The 19th century was largely a century of peace in Europe – only to formidably end with the hitherto largest conflagration in human history. The contention among the “questions” grew bigger, and the longer they remained unsolved, the bigger grew the frightening frenzy about what to do. Contemporaries understood that the “questions” were very entangled and complex, merging into one huge, inaccessible bundle that needed fixing. It was then that the idea of a universal war as a solution came into being, an idea that was feared and longed-for at the same time. Working through the seven arguments, the reader gains an intense sense of the indissolubilities of the age’s “questions”.
Case comprehensively sketches the path marked by plurifold appeals to and struggles for values such as emanicpation, equality, progress, and the rationalization of international politics. The way these „questions“ were addressed, however, proved to be an expression of zealous confidence, even hubris. The longer they remained unsolved, the grander became the ambitions. Eventually, they were perceived as universal, thus requiring the creation of a whole new world. The barrier towards doing so with formidably violent means became very low, and eventually was consciously removed. The prospect of war and forceful social engineering practices as „solutions“ permeate the book, giving evidence of the multiperspectivic helplessness vis-a-vis the conundrums of the age.
Case has mastered an impressive wealth of materials from archives in eleven countries. Her sources were written in sixteen languages: Bosnian-Croatian-Serbian, Bulgarian, Czech, French, English, German, Hungarian, Italian, Macedonian, Polish, Romanian, Russian, Slovak, Slovene, Spanish, and Turkish (p. 12). As she correctly observes, scholars hitherto have organized their research addressing one or two of the „questions“ permeating the 19th century, rarely reflecting on their entanglements with other, simultaneously debated “questions”. Scrutinizing the writings of the age’s intellectuals and politicians, Case extracted what they had to say about „questions“, and then organized her findings into the mentioned arguments. This makes much sense. A prerequisite for such an innovative and comprehensive intellectual enterprise is stable employment: Case dedicates her book to “tenure, sine qua non”.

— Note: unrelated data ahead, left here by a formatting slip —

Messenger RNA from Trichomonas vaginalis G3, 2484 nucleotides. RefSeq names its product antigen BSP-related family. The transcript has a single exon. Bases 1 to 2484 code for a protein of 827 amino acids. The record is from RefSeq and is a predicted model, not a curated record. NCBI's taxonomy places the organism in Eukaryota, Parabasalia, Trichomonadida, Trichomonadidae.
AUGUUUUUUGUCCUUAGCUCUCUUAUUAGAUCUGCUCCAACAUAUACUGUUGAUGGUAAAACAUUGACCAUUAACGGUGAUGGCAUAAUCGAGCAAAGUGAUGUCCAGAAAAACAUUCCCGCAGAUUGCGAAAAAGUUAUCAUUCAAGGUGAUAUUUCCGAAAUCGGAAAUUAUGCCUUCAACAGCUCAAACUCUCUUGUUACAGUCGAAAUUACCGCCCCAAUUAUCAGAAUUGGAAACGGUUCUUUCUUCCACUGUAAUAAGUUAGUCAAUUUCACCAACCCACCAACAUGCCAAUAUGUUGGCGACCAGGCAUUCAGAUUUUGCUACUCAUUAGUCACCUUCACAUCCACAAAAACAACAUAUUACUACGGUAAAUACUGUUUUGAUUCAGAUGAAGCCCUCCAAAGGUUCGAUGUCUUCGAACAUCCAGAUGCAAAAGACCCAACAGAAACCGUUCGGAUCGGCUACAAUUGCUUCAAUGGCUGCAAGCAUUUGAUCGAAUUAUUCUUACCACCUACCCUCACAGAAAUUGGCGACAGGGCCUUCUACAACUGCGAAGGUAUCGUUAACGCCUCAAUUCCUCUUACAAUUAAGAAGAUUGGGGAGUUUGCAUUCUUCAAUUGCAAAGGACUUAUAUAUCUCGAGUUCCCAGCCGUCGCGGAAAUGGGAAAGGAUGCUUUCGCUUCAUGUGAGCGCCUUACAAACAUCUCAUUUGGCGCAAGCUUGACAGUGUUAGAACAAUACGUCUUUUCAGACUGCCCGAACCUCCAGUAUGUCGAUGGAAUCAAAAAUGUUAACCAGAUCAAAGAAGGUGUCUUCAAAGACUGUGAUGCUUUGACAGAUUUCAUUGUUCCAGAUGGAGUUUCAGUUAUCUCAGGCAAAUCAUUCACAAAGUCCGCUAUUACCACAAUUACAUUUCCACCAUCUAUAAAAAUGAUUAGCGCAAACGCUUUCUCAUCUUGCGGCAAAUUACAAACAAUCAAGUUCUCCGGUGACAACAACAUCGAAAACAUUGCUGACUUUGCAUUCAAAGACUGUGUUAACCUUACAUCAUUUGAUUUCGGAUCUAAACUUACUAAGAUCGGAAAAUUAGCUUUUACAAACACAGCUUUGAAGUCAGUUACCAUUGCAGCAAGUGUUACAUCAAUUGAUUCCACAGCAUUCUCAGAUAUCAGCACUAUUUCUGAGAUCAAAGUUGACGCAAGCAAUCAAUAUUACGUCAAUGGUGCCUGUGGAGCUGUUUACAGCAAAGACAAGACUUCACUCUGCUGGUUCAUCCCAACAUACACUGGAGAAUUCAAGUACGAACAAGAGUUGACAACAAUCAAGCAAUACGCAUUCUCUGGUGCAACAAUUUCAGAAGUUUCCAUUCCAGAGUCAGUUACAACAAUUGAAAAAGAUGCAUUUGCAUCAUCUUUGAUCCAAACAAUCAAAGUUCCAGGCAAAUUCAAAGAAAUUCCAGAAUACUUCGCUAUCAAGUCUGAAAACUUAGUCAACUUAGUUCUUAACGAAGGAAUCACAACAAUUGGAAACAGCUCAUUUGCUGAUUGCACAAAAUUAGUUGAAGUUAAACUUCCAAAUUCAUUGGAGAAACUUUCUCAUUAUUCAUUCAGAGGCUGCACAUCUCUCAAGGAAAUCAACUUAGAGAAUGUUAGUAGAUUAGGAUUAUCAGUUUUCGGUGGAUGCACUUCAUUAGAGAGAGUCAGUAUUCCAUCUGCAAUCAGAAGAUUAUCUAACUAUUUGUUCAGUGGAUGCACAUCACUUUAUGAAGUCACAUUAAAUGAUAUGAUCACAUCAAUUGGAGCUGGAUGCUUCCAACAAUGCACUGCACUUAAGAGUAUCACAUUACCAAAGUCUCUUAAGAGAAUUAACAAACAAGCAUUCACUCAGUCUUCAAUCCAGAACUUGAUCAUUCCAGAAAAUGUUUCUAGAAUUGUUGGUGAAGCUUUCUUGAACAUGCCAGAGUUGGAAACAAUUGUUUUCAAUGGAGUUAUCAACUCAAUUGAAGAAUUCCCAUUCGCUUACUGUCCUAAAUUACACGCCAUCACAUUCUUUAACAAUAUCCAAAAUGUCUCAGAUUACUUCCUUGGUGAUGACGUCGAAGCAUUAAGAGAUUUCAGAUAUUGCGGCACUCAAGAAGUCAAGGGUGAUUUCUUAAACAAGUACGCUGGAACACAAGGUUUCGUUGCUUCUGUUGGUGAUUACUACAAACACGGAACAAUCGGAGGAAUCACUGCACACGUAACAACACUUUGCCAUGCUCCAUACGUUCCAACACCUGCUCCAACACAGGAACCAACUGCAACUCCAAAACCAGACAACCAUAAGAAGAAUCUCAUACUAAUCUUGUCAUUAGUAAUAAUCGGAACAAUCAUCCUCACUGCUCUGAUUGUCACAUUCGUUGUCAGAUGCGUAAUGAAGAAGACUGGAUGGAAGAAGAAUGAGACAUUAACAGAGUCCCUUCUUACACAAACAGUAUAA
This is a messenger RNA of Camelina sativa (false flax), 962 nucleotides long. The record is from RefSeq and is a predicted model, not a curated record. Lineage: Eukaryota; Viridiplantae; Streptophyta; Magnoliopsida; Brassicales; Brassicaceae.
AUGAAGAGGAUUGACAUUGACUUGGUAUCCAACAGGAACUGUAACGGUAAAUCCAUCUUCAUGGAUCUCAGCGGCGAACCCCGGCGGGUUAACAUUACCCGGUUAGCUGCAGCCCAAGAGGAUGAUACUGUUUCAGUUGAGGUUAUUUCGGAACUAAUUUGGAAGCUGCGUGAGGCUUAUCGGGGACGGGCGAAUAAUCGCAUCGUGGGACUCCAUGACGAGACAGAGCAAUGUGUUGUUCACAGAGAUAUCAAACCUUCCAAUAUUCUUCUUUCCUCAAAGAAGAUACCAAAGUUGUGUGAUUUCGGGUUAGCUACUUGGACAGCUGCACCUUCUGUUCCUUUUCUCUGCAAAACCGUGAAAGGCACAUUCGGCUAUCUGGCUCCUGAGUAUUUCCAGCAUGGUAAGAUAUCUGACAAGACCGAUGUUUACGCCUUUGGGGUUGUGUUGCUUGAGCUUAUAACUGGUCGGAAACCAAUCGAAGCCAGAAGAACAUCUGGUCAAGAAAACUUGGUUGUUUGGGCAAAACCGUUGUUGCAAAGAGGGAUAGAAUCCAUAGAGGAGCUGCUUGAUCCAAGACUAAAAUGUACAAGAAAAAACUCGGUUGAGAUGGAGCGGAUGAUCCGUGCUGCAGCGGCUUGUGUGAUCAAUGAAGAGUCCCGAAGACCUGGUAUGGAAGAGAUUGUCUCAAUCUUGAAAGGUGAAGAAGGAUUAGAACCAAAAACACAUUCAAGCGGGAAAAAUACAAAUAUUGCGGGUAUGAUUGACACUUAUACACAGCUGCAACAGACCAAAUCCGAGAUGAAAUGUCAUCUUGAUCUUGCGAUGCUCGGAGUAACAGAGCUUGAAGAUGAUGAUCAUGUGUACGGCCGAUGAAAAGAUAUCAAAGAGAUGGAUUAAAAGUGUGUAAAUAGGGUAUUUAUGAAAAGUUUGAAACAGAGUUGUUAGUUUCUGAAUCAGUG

The topical organization of the voices she gathered scatters a given individual’s ideas throughout the book. Here and there it would have been insightful to gain access more easily to one or the other intellectual or politician – readers can piece together what, say, Karl Marx, had to say about “questions” only with the help of the index, or with a searchable electronic version of the text. My guess is that this is intentional on the part of the author, as her aim is to give evidence for a pattern of thinking that permeated Europe and North America.
It is this comprehensive, interlinked and common pattern, the “commonalities across contexts” (p. 11), that leads her to critically reflect on the craft of historiography. Most scholars have conceptualized the “questions” of the 19th century as something clear-cut, thus reifying them through their methodological approach. “Aggregate”, as the subtitle has it, is an apt modifier for Case’s quite different approach: she searches for the formal, political, and rhetorical commonalities among the many different discourses in the “age of questions”. This convergence in the patterns of thinking defines the era; and its conundrums channelled into catastrophe.
Historiography being intrinsically linked to the present, it is no coincidence that Case constantly binds her reflections back to current affairs. Several of her chapter arguments resonate in our present, and it is difficult to decide whether they are still with us, or, rather, again: the 19th century’s accelerated mode of transformation; social, gender, and ethnic inequalities; a long period of relative peace in Europe; a palpably fragile international order; and an increased sense of loss vis-a-vis the transformative challenges ahead of us, of which “digitalization”, “globalization”, and “alternative facts” are only the more immediate buzzwords.